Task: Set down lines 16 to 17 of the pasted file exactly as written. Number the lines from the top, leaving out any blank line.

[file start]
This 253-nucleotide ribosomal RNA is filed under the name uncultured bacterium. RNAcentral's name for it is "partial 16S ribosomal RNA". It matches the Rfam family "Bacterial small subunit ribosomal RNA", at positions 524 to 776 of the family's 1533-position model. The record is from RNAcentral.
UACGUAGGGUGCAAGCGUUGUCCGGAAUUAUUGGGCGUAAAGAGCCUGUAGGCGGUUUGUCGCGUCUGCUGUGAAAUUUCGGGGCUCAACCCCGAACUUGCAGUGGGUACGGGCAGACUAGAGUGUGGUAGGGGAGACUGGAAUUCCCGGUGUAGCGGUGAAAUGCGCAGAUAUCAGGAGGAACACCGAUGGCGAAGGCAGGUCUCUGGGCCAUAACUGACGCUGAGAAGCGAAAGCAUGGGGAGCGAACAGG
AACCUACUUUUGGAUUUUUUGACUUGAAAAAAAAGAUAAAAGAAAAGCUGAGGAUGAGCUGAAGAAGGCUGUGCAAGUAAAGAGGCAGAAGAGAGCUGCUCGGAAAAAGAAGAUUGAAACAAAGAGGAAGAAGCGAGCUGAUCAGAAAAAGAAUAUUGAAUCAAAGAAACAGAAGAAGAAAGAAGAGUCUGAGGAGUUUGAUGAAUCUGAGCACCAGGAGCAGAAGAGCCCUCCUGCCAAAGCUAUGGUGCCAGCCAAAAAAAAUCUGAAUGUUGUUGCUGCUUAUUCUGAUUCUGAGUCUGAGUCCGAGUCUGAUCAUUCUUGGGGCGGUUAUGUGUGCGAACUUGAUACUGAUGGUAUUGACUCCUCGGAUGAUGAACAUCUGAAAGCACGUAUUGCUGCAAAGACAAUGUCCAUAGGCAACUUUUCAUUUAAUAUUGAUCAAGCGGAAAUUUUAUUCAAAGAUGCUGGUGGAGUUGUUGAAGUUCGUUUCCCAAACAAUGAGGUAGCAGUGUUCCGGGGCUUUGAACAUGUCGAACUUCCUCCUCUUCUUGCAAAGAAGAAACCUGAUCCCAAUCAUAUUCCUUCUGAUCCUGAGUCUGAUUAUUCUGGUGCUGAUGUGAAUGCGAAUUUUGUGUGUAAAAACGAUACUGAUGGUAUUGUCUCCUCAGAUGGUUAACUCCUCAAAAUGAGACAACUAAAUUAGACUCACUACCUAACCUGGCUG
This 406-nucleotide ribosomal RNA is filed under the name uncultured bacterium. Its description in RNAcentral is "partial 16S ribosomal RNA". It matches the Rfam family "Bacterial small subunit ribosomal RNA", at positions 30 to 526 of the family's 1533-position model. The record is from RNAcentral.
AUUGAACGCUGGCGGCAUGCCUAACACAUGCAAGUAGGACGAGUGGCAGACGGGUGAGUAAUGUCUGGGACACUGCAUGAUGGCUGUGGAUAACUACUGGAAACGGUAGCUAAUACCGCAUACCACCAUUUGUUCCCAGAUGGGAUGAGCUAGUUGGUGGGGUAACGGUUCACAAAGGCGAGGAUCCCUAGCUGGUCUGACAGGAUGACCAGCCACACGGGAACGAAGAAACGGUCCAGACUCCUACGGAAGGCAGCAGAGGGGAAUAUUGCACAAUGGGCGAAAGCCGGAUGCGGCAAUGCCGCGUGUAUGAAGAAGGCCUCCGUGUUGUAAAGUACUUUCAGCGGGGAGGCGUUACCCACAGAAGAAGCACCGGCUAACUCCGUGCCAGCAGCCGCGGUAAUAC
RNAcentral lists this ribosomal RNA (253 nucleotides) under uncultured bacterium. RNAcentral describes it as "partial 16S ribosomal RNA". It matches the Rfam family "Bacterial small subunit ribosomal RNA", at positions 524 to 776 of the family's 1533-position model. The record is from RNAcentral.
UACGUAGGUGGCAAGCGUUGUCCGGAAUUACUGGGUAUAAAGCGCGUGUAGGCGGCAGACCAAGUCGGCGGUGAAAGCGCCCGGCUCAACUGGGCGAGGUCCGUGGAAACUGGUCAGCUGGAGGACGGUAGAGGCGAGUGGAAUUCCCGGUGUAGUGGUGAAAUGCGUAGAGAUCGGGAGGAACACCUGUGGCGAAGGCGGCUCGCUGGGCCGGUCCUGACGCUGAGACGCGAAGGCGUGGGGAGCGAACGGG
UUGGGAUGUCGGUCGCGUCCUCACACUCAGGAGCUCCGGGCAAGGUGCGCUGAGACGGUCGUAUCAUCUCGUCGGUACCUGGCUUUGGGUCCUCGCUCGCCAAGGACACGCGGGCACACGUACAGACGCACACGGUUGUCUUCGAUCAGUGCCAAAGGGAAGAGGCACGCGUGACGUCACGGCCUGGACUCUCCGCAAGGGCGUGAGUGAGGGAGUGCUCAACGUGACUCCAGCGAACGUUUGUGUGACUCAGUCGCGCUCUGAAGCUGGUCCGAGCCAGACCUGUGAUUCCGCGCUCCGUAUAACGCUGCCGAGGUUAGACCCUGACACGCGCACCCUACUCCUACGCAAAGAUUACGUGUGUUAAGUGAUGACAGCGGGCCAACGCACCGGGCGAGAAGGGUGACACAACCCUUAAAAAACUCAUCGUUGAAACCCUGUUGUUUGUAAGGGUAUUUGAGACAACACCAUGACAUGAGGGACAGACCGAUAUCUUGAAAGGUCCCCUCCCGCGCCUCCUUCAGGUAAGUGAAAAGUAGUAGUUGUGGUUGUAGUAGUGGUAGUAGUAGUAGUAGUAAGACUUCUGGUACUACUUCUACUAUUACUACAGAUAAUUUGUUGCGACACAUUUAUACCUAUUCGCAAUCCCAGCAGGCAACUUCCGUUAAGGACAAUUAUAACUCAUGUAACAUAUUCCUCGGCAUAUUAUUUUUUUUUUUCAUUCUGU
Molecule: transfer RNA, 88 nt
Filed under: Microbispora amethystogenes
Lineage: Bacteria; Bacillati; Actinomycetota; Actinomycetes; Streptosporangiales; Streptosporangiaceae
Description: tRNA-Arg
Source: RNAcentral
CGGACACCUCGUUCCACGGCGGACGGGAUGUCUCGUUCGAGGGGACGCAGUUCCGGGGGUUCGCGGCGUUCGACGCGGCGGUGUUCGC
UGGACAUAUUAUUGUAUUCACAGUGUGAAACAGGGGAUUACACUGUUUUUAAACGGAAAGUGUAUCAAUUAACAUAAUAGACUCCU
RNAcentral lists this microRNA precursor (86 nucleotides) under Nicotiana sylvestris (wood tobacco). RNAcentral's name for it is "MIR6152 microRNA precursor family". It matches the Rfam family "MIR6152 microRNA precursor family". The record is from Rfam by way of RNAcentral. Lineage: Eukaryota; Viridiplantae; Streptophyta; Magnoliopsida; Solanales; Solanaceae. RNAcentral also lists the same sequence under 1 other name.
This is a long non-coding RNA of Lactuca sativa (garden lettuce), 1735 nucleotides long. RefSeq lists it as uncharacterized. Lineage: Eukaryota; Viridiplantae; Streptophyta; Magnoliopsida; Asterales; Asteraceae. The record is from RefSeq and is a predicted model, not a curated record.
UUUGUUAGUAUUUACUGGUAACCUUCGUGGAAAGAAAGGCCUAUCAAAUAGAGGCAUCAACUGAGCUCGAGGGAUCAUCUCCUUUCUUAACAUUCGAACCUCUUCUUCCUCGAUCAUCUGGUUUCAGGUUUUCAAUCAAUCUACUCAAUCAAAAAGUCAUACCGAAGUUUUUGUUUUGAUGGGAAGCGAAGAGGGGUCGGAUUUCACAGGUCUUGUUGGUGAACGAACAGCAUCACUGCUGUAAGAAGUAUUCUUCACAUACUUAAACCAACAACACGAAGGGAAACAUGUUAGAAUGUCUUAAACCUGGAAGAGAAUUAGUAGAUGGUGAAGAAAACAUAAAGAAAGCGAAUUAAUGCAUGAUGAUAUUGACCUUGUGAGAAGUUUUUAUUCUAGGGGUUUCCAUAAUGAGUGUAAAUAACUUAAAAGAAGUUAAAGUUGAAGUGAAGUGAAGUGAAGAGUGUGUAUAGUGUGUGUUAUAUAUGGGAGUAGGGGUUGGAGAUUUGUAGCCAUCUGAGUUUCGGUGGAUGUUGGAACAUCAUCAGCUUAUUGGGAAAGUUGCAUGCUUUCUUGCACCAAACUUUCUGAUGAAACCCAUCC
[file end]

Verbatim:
RNAcentral lists this microRNA precursor (86 nucleotides) under Nicotiana sylvestris (wood tobacco). RNAcentral's name for it is "MIR6152 microRNA precursor family". It matches the Rfam family "MIR6152 microRNA precursor family". The record is from Rfam by way of RNAcentral. Lineage: Eukaryota; Viridiplantae; Streptophyta; Magnoliopsida; Solanales; Solanaceae. RNAcentral also lists the same sequence under 1 other name.
This is a long non-coding RNA of Lactuca sativa (garden lettuce), 1735 nucleotides long. RefSeq lists it as uncharacterized. Lineage: Eukaryota; Viridiplantae; Streptophyta; Magnoliopsida; Asterales; Asteraceae. The record is from RefSeq and is a predicted model, not a curated record.